Check the Foreign Commonwealth and Development Office’s travel advice website to get the latest travel advice on the area you’re visiting. You can find out the latest safety news, what documents and vaccinations you need and the local laws and customs. If you haven’t already booked your trip, you may want to do this first.
Check your passport is up to date (it needs to be valid for at least six months from the day you enter the country) and if you need a visa.
Take out appropriate travel insurance, especially if you’re doing activities on holiday.
Take copies of any important documents you have, such as flight tickets, accommodation bookings, travel insurance, passports and visas. This way, if you lose the originals, you’ll have the photocopies with you. Leave your travel insurance and contact details with a trusted family member.
Find out if you need any vaccinations – you should have these at least eight weeks before you travel. You can find out more on the NHS website.
If you’re travelling in the European Economic Area, don’t forget to take your GHIC/EHIC card, which entitles you to the same state-provided healthcare as the local people in most European countries. It’s also a good idea to take a first aid kit. And if you’re going somewhere hot, it’s worth taking sun cream as this is often cheaper in the UK than abroad.
Make sure you have enough money with you as well as access to emergency funds as travel restrictions may unexpectedly delay your return home. Plan for possible delays, including quarantine, and make practical arrangements to be away for longer than planned.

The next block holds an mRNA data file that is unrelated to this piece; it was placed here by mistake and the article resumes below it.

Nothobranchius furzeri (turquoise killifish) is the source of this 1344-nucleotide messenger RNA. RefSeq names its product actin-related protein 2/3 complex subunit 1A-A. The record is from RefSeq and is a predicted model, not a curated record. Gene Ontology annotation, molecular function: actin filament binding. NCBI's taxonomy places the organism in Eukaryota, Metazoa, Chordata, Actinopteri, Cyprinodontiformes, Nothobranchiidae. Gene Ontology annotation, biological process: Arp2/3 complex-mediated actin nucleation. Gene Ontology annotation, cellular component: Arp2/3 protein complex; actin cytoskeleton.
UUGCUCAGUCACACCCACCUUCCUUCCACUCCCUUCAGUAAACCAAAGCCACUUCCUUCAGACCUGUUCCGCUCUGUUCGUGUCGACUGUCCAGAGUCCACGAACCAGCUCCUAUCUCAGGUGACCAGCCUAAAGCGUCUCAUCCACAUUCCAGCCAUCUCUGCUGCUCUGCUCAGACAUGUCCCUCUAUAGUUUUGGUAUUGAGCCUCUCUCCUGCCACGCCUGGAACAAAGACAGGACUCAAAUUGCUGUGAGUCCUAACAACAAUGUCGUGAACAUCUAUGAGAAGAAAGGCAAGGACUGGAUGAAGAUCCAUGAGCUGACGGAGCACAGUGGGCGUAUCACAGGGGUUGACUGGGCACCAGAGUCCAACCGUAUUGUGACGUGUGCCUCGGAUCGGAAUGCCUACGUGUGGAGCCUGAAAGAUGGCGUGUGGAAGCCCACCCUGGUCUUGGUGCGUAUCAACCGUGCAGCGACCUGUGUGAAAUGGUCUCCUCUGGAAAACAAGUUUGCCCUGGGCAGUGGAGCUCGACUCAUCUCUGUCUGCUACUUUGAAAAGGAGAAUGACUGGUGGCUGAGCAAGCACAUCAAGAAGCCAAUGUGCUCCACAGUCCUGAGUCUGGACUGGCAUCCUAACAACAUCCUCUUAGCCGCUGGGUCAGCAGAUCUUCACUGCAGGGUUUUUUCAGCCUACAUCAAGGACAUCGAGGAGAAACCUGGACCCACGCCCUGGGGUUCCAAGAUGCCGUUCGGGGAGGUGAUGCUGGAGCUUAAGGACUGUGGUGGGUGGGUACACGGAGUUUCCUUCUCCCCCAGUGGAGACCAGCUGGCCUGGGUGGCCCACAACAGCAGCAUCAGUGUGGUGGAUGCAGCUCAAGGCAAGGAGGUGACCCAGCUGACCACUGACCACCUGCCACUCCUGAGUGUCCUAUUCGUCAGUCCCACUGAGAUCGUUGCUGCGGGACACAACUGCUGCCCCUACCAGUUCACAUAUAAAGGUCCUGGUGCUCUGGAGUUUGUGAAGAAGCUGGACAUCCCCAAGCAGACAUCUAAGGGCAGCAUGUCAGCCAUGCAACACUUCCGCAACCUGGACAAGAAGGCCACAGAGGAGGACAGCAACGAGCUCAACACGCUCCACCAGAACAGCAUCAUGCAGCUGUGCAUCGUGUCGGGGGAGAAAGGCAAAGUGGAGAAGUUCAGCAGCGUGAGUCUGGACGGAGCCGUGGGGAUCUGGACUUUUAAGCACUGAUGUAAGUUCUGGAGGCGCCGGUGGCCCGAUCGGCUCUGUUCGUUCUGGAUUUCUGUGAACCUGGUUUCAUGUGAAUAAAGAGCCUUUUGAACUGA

Avoid carrying large amounts of cash and where possible carry small notes. Other ways to pay for things on holiday include prepaid cards and credit cards. You can find out more about travel money from the Money Advice Service.
Find out about local customs and laws, so you avoid offending people or accidentally breaking the law. Local guide books and the travelaware website can help you with this. For example, did you know that in some countries, you have to cover up before going into a church, and the thumbs-up sign could be considered a rude gesture? While in other places, e-cigarettes, tipping, and drinking alcohol in public are all illegal.
Store important numbers on your mobile phone, including local police, emergency services and the nearest British embassy or consulate. You can find out about charges abroad and what to do if your phone is stolen on the Ofcom website.
Tell family and friends you’re going away but avoid advertising your absence via social media posts. Some banks and credit card providers also like to know if you’re going abroad. It may speed up any transactions you make abroad. You can check your bank or card provider’s website to find out more.
Updated 6 April 2021
These companies have signed up to the Safer Tourism Pledge